With all the excitement over Sandy ramping up, the National Airspace System on the East Coast has become oddly quiet. With this large storm slowly making landfall, air traffic within the New England area is eerily quiet, with all three NY area airports (LGA, JFK, and EWR), as well as DCA, BWI, and PHL grounding in and outbound air traffic until at least early Tuesday. BOS may join this list later today, and other airports further from the storm, such as ATL, have already implemented ground delay programs as well.
Shown in the graphics below are loops of visible satellite imagery overlaid with ASDI flight routes yesterday morning when operations were still running normally overall (top) compared with flight routes this morning (bottom). Note the significant amount of empty airspace within the Golden Triangle, an area in which air traffic is typically the busiest in the country. Thus far, the current number is upwards of 13,500 flights cancelled, the majority of which are due to Sandy. Estimating 100 people per plane, that is 1,350,000 passengers affected!
This eerie absence of flights in the Northeast is being felt throughout the entire nation, and even worldwide as a number of international flights are stranded abroad. It is a ripple effect caused by displacement of both planes and crews at various airports. For example, a flight from JFK to ORD may then go on to LAX, so if it is stranded in JFK, the LAX flight will be subsequently affected. Additionally, if the flight crew are also stranded, those flights they were meant to move on to once in ORD will then be short personnel, causing further delays as replacements are required. While ground stops are scheduled to be lifted early Tuesday, it will take quite some time before airspace operations have completely returned to normal.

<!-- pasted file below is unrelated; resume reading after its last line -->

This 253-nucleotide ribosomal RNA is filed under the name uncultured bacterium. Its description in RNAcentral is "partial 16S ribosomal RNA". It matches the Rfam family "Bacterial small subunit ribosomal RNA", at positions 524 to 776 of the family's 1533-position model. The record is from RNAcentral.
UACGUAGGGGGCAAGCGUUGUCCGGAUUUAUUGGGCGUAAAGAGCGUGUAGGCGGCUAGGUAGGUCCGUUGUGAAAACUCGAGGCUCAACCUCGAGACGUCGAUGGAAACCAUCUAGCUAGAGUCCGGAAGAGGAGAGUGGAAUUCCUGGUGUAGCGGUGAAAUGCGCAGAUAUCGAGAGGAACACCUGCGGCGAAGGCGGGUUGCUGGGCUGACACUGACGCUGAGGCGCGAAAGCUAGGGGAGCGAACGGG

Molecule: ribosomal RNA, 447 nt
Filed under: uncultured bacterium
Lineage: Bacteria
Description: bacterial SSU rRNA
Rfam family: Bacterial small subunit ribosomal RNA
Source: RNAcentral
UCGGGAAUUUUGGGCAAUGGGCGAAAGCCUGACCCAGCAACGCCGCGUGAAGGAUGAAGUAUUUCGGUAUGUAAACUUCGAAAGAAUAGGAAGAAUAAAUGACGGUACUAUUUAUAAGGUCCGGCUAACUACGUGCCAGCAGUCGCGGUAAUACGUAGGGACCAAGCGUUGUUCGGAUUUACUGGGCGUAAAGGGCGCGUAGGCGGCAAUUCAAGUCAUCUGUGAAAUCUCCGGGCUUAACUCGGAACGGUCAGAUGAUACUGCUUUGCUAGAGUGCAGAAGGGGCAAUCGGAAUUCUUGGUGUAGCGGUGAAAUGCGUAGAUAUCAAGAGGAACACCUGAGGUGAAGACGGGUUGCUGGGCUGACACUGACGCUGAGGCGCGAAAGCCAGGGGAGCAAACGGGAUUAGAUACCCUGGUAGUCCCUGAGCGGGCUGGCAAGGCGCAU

In an effort to avoid as much displacement as possible, a number of airports in the Northeast got as many airplanes out of the area as possible before the storm hit. However, even with these preparations, this will not come cheap to the airlines as they have been waiving fees and refunding tickets for those cancelled flights and are also responsible for putting stranded flight crews up in hotels until the storm passes. Delta Airlines, in particular, has hubs in LGA, JFK, and ATL, with many flights also in and out of DCA and BOS.
Here at the AWC (under gorgeous, sunny skies I might add), the extent of this very large storm is easily seen through our satellite imagery. The focus now has shifted to providing accurate forecasts for the next few days so that aviation operations can slowly return to normal.